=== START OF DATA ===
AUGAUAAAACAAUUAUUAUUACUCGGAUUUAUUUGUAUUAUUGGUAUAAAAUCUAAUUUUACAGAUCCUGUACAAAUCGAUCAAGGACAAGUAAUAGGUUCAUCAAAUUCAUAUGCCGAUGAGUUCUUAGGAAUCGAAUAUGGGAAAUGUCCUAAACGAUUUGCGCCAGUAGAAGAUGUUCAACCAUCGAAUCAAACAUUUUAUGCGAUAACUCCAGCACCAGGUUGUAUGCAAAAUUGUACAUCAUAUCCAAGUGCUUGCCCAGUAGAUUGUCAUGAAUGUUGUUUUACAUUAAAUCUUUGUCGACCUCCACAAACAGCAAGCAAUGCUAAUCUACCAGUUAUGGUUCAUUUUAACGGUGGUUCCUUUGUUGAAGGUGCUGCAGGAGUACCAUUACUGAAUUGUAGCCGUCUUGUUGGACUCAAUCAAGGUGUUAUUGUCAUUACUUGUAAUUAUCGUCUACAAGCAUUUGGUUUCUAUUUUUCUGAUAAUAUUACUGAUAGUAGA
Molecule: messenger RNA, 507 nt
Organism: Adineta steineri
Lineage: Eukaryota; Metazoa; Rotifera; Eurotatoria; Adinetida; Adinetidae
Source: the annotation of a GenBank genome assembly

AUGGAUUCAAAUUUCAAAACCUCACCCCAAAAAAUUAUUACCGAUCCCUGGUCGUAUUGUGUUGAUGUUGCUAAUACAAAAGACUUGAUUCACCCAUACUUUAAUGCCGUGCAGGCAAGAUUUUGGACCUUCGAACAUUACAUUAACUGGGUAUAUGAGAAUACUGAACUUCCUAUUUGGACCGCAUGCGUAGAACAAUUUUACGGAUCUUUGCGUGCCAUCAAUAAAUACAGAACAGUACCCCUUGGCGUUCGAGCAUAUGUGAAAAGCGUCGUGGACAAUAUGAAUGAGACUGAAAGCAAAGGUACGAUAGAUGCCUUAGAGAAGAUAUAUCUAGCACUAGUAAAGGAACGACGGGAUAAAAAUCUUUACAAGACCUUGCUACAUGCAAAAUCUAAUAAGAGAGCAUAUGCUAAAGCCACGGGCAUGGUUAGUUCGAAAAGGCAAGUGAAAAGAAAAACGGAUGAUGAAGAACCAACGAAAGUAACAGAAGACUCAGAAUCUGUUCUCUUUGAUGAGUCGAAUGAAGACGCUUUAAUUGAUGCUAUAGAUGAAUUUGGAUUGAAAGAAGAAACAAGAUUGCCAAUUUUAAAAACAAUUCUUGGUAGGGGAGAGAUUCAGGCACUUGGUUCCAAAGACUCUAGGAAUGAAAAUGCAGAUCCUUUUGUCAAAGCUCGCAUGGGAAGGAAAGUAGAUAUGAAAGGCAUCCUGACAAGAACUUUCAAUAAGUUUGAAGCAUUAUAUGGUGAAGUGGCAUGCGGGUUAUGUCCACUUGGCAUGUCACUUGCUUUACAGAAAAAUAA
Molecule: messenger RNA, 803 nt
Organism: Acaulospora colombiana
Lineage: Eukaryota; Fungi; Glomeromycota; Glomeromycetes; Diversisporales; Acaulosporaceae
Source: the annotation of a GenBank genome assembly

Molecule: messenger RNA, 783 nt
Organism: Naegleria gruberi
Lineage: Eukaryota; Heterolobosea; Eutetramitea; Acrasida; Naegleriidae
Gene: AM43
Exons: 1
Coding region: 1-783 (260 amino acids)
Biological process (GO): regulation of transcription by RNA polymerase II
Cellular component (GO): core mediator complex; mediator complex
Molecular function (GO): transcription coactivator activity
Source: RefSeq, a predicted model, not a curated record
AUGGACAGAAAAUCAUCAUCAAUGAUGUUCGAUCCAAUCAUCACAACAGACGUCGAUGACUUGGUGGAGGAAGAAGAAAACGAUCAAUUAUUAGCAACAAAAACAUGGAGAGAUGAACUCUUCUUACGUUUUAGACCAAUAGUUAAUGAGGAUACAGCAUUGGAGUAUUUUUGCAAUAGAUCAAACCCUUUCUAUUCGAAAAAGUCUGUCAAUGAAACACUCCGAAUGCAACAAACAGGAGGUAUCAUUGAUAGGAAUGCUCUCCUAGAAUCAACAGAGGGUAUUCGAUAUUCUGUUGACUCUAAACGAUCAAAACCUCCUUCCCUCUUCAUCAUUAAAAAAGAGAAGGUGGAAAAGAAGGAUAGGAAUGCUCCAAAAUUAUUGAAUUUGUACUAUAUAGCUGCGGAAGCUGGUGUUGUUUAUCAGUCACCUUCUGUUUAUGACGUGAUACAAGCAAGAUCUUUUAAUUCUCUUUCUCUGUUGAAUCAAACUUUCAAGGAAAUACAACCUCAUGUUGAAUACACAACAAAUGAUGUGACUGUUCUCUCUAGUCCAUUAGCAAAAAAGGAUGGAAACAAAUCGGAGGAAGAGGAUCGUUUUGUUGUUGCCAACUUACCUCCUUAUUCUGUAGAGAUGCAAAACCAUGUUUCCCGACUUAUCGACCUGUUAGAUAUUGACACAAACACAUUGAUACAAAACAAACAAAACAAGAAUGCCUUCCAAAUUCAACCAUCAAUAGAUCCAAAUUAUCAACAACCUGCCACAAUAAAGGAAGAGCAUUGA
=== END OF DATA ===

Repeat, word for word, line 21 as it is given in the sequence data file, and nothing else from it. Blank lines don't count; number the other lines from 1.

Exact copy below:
AUGGACAGAAAAUCAUCAUCAAUGAUGUUCGAUCCAAUCAUCACAACAGACGUCGAUGACUUGGUGGAGGAAGAAGAAAACGAUCAAUUAUUAGCAACAAAAACAUGGAGAGAUGAACUCUUCUUACGUUUUAGACCAAUAGUUAAUGAGGAUACAGCAUUGGAGUAUUUUUGCAAUAGAUCAAACCCUUUCUAUUCGAAAAAGUCUGUCAAUGAAACACUCCGAAUGCAACAAACAGGAGGUAUCAUUGAUAGGAAUGCUCUCCUAGAAUCAACAGAGGGUAUUCGAUAUUCUGUUGACUCUAAACGAUCAAAACCUCCUUCCCUCUUCAUCAUUAAAAAAGAGAAGGUGGAAAAGAAGGAUAGGAAUGCUCCAAAAUUAUUGAAUUUGUACUAUAUAGCUGCGGAAGCUGGUGUUGUUUAUCAGUCACCUUCUGUUUAUGACGUGAUACAAGCAAGAUCUUUUAAUUCUCUUUCUCUGUUGAAUCAAACUUUCAAGGAAAUACAACCUCAUGUUGAAUACACAACAAAUGAUGUGACUGUUCUCUCUAGUCCAUUAGCAAAAAAGGAUGGAAACAAAUCGGAGGAAGAGGAUCGUUUUGUUGUUGCCAACUUACCUCCUUAUUCUGUAGAGAUGCAAAACCAUGUUUCCCGACUUAUCGACCUGUUAGAUAUUGACACAAACACAUUGAUACAAAACAAACAAAACAAGAAUGCCUUCCAAAUUCAACCAUCAAUAGAUCCAAAUUAUCAACAACCUGCCACAAUAAAGGAAGAGCAUUGA